as a child Colin remembers looking out of the car
windows as his dad drove along the roads that wove
their way up and down the Allegheny forests dirt roads.
For several years Colin's Father Artie, his Mother
Laurel, his Uncle Brian Donahue, Sherry Donahue, Robbie
Toole and countless other friends and relatives would
traverse the mountain thoroughfares to a place where
they had set up a camp. They built a pavilion alongside
the creek and occasionally rented the little cottages
that sat nearby.
his younger sister Jennifer and their friends, Sean
and Tracy Toole would explore the bear caves and climb
the large rocks that dotted the landscape of the woods.
They would swim, fish & play in the Allegheny river
and look under rocks for craw dads, frogs and minnows.
They would pump water out of the well and play the
games that children play while running barefoot in
the grass. These children, and Colin in particular
grew up loving and respecting the land that their
parents had taken them to as youngsters.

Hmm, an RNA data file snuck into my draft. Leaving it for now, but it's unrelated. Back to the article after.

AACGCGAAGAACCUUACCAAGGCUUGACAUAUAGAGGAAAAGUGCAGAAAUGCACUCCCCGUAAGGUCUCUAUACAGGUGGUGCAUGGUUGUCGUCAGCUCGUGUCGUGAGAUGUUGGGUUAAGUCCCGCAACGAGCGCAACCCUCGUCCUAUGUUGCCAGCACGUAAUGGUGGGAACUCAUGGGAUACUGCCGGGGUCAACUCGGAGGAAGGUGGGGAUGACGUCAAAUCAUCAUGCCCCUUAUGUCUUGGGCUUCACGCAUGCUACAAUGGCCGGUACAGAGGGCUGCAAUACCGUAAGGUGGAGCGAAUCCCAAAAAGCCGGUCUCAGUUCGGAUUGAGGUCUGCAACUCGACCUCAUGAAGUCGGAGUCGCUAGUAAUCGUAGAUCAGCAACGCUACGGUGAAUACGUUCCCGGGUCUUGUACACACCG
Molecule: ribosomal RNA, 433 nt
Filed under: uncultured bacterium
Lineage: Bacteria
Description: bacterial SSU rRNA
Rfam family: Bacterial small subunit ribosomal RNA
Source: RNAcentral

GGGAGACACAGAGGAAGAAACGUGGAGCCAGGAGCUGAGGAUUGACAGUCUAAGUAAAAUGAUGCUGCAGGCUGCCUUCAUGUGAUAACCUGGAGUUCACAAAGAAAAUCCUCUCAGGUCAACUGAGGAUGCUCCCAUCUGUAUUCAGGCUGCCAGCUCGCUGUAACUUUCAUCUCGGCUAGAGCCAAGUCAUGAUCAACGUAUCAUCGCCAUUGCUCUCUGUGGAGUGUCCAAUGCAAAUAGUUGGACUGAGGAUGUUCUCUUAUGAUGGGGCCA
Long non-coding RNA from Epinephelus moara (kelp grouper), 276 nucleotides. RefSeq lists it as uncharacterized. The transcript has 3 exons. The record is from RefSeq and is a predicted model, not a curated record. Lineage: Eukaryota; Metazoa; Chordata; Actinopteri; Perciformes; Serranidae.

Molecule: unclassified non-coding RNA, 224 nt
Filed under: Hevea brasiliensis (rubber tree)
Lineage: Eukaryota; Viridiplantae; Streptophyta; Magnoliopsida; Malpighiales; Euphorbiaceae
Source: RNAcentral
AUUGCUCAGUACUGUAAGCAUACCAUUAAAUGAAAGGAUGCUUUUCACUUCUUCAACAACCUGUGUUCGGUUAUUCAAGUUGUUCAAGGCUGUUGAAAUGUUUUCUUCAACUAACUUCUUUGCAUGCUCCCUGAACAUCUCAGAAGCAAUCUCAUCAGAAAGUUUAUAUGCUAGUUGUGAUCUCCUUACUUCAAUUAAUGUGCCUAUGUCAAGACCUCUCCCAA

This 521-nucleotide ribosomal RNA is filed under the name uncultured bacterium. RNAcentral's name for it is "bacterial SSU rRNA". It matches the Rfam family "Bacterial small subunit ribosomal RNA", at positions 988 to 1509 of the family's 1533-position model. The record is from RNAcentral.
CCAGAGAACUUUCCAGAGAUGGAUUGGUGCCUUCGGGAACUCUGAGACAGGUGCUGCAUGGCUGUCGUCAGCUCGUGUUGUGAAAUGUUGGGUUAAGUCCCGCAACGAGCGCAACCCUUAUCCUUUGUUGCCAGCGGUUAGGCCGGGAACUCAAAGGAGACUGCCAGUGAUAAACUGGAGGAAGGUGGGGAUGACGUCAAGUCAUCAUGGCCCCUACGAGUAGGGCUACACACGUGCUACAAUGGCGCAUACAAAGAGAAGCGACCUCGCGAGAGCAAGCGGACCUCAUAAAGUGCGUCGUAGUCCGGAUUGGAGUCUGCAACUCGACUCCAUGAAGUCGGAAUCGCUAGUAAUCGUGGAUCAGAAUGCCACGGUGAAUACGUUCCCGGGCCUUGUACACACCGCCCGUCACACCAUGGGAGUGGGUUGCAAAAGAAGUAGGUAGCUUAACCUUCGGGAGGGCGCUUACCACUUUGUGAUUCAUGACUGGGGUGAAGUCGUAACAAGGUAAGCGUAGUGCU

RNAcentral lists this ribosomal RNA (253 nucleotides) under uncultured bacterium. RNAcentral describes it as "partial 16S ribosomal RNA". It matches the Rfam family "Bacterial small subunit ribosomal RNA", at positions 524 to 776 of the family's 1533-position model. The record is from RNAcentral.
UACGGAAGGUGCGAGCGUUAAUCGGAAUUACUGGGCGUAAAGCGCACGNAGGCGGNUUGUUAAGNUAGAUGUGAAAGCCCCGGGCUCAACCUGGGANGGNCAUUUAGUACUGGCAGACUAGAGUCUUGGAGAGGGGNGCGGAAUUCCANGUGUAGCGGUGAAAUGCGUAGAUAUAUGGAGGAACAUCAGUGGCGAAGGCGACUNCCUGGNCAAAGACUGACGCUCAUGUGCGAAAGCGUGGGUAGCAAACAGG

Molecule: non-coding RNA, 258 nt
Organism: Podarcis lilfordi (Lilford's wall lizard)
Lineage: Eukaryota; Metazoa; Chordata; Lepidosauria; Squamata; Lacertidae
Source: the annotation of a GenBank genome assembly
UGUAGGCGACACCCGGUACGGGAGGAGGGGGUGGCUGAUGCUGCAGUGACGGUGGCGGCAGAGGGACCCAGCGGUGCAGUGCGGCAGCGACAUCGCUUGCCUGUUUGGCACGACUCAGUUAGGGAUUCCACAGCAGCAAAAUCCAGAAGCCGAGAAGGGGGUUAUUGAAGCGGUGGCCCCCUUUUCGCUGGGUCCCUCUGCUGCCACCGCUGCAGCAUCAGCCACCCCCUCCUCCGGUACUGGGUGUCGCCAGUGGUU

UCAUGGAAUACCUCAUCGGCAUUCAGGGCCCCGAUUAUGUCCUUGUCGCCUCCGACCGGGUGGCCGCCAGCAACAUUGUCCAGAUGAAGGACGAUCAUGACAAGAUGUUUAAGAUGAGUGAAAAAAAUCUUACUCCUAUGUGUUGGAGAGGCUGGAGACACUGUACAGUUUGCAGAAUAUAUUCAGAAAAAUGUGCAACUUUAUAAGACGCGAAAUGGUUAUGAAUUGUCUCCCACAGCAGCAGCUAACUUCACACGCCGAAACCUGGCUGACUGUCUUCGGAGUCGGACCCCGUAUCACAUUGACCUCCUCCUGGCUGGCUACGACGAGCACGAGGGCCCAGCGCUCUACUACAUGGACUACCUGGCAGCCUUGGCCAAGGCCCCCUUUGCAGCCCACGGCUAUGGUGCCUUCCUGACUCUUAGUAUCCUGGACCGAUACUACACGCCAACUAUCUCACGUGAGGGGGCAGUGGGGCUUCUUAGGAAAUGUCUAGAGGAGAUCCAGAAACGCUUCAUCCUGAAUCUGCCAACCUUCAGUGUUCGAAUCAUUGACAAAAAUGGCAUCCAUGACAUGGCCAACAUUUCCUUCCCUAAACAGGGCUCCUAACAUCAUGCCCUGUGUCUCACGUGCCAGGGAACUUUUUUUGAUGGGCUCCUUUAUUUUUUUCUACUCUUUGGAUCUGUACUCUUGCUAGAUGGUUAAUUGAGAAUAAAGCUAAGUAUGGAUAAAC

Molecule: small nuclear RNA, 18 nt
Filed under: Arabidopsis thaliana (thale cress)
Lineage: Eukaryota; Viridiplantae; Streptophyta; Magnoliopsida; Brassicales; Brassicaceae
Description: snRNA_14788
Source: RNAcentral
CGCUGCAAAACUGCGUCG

several of Colins' families' friends have permanent
homes and cottages in Tidioute. The area is still
a popular destination for holidays and weekends and
the same hippies and children of the sixties who went
to Tidioute on a regular basis 25 years ago continue
to return to the Tidioute to camp and enjoy the unspoiled
beauty and the majestic pines of "Allegheny Land".
now and then these visitors to the mountains come
down from their retreats
and head into town to hear music and enjoy some libations!
The place they head to and the bar that Colin pays
homage to in his song is the Hotel Tidioute located
on Main Street in dowtown Tidioute. The hotel was
built back in the late 1800's and has all the character
and charm of a bygone era. It was once a brothel,
a gambling den and a hotel. The old building boasts
an upstairs ballroom and comes complete with its'
own ghost! Today the hotel is a rooming house of sorts
for the local workers who man the timber mills, oil
wells and other labor intense means of making a living
that that the land offers.
1994 Colin was driving home from Tidioute after spending
some time at the Sommerville's cotttage. He was there
clearing his mind and getting
his thoughts together. On the way home he began to
hear verses in his head that were the nucleus of the
song. He wrote the poem-like stanzas down on the back
of map books, napkins, scraps of paper and anything
else he could find while fighting to keep his Dodge
van on the dirt road that he was traversing. The song